The Determinants of Rising Informality in Brazil: Evidence from Gross Worker Flows

58 Pages Posted: 29 Aug 2007

See all articles by Mariano Bosch

Mariano Bosch

London School of Economics & Political Science (LSE)

Edwin Goni

World Bank

William F. Maloney

World Bank - Poverty and Economic Management Unit; IZA Institute of Labor Economics; World Bank - Development Research Group (DECRG)

Multiple version iconThere are 2 versions of this paper

Date Written: August 2007

Abstract

This paper studies gross worker flows to explain the rising informality in Brazilian metropolitan labor markets from 1983-2002. This period covers two economic cycles, several stabilization plans, a far-reaching trade liberalization, and changes in labor legislation through the Constitutional reform of 1988. Focusing first on cyclical patterns, we confirm Bosch and Maloney's (2006) findings for Mexico that the patterns of worker transitions between formality and informality correspond primarily to the job-to-job dynamics observed in the US and not to the traditional idea of informality constituting the inferior sector of a segmented market. However, we also confirm distinct cyclical patterns of job finding and separation rates that lead to the informal sector absorbing more labor during downturns. Second, focusing on secular movements in gross flows and the volatility of flows, we find the rise in informality to be driven primarily by a reduction in job finding rates in the formal sector. A small fraction of this is driven by trade liberalization, and the remainder seems driven by the rising labor costs and reduced flexibility arising from Constitutional reform.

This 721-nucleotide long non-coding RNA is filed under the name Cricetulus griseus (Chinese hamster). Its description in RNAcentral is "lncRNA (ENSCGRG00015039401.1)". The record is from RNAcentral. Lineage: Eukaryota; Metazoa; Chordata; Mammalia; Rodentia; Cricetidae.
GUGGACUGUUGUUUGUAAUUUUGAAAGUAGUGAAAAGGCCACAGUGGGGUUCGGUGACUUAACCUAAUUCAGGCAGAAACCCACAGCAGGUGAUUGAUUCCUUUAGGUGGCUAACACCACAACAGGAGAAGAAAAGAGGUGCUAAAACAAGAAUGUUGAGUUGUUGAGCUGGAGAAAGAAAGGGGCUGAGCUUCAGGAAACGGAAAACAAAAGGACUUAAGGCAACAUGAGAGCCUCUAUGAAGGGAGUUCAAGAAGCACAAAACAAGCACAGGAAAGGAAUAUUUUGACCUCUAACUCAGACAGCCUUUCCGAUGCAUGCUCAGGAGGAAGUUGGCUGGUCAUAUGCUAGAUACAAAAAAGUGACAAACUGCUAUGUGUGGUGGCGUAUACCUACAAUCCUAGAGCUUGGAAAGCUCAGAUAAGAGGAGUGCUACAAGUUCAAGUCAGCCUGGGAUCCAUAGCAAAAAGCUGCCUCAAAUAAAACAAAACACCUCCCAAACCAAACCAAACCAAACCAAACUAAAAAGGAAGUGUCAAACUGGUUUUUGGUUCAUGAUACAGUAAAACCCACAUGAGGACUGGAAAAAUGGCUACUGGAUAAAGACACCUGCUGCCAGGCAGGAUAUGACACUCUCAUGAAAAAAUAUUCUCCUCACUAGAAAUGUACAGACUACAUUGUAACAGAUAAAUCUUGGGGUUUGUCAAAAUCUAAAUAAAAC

Keywords: gross worker flows, labor market dynamics, informality, labor costs, trade liberalization

JEL Classification: J23, J38, J63, J65, O17, F16

Suggested Citation

Bosch, Mariano and Pacchioni, Edwin Goni and Maloney, William F., The Determinants of Rising Informality in Brazil: Evidence from Gross Worker Flows (August 2007). IZA Discussion Paper No. 2970. Available at SSRN: https://ssrn.com/abstract=1010635

Mariano Bosch

London School of Economics & Political Science (LSE) ( email )

Houghton Street
London, WC2A 2AE
United Kingdom

Edwin Goni Pacchioni

World Bank ( email )

1818 H Street, N.W.
Washington, DC 20433
United States

William F. Maloney (Contact Author)

World Bank - Poverty and Economic Management Unit ( email )

1818 H Street NW
Washington, DC 20433
United States
202-473-6340 (Phone)
202-522-0054 (Fax)

IZA Institute of Labor Economics

P.O. Box 7240
Bonn, D-53072
Germany

World Bank - Development Research Group (DECRG)

1818 H. Street, N.W.
MSN3-311
Washington, DC 20433
United States

Register to save articles to
your library

Register

Paper statistics

Downloads
94
rank
92,570
Abstract Views
786
PlumX Metrics
!

Under construction: SSRN citations while be offline until July when we will launch a brand new and improved citations service, check here for more details.

For more information